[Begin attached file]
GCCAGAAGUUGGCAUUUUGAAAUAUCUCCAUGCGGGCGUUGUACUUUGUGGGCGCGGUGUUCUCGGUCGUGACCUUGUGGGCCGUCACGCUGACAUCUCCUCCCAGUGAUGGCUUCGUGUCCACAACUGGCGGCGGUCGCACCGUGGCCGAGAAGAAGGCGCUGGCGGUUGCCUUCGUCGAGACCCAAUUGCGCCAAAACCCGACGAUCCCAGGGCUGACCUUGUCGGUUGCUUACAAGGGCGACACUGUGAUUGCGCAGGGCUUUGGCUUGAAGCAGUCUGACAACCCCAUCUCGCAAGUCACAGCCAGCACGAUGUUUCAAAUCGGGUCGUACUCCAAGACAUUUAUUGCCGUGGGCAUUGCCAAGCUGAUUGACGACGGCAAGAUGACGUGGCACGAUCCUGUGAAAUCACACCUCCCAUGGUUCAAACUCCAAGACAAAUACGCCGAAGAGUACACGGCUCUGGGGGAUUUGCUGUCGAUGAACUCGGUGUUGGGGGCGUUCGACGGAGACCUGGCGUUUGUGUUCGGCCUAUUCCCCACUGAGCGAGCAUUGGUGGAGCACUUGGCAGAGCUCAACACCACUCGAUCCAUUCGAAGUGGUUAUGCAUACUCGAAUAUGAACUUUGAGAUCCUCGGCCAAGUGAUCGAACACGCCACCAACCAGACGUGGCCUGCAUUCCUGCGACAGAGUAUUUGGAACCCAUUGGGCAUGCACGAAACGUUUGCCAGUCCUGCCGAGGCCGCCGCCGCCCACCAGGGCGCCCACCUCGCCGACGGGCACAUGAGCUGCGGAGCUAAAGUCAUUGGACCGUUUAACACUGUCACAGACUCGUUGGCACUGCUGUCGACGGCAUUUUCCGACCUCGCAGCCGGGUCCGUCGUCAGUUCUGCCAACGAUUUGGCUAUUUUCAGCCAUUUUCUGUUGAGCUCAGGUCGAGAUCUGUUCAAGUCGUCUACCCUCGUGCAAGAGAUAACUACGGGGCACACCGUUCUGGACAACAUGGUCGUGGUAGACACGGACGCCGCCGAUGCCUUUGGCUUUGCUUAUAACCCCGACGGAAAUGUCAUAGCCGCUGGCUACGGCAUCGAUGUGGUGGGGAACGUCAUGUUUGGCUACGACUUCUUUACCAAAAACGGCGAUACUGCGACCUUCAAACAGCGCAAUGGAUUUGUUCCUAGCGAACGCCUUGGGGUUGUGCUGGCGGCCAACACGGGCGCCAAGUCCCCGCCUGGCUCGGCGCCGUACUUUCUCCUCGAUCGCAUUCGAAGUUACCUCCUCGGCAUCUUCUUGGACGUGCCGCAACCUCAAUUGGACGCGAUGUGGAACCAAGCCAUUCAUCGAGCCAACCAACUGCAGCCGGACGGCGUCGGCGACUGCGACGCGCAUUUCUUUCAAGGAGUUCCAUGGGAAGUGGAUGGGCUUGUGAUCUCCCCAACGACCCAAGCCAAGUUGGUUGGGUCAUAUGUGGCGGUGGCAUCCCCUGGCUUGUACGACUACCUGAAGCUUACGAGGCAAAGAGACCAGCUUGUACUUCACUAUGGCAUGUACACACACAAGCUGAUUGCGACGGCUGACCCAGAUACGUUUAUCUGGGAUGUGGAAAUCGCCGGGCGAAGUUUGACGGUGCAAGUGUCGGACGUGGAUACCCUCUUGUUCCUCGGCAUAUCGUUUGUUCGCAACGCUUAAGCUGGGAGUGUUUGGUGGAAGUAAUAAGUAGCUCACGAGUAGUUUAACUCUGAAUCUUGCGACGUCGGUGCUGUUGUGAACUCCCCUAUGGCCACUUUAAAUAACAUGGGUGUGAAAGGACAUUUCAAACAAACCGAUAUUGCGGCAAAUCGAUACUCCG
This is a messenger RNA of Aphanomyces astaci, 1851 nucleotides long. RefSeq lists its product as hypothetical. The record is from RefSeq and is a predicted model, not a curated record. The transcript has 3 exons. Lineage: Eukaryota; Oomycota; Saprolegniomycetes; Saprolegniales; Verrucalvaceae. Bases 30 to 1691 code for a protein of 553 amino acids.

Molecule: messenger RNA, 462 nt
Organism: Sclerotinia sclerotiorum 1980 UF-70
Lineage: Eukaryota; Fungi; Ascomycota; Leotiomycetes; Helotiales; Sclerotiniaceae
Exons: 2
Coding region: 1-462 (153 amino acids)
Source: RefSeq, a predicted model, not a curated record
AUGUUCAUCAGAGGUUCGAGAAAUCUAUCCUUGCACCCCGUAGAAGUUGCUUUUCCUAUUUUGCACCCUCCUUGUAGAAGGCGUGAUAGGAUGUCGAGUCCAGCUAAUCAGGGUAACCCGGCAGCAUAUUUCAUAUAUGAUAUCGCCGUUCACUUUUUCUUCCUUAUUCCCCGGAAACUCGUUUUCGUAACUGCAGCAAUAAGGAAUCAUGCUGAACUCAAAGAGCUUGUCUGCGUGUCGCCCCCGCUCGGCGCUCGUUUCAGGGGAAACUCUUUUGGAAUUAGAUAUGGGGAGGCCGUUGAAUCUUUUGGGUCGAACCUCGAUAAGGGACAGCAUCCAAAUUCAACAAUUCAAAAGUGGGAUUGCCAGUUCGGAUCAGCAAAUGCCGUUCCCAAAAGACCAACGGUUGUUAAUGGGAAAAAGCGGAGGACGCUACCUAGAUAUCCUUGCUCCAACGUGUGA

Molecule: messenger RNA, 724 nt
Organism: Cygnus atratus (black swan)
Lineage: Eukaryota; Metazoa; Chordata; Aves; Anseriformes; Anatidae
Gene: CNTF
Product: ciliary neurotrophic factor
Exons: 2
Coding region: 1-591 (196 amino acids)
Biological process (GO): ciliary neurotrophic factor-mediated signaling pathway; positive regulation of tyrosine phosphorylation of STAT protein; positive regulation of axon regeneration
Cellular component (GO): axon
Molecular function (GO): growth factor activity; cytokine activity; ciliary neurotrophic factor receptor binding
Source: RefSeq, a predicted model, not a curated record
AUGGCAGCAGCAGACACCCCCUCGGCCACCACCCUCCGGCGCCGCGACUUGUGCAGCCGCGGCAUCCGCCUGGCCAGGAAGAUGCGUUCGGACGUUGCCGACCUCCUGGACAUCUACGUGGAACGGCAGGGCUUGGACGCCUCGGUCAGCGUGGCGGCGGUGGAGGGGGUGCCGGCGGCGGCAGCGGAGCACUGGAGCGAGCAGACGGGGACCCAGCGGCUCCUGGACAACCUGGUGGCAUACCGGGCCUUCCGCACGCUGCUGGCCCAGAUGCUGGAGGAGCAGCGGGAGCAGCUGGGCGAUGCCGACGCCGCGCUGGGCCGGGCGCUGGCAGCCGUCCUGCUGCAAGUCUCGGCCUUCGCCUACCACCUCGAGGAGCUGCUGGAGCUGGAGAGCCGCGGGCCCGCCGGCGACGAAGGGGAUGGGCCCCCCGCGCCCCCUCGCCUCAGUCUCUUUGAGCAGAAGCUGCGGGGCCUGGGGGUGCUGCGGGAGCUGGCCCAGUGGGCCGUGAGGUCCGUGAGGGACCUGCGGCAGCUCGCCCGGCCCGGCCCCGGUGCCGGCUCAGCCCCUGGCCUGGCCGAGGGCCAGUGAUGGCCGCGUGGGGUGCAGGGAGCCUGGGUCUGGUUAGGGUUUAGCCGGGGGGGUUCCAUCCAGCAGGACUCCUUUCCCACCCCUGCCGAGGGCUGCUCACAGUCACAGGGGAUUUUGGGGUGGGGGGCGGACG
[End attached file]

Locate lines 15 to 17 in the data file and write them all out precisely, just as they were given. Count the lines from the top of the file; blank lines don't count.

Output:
Exons: 2
Coding region: 1-591 (196 amino acids)
Biological process (GO): ciliary neurotrophic factor-mediated signaling pathway; positive regulation of tyrosine phosphorylation of STAT protein; positive regulation of axon regeneration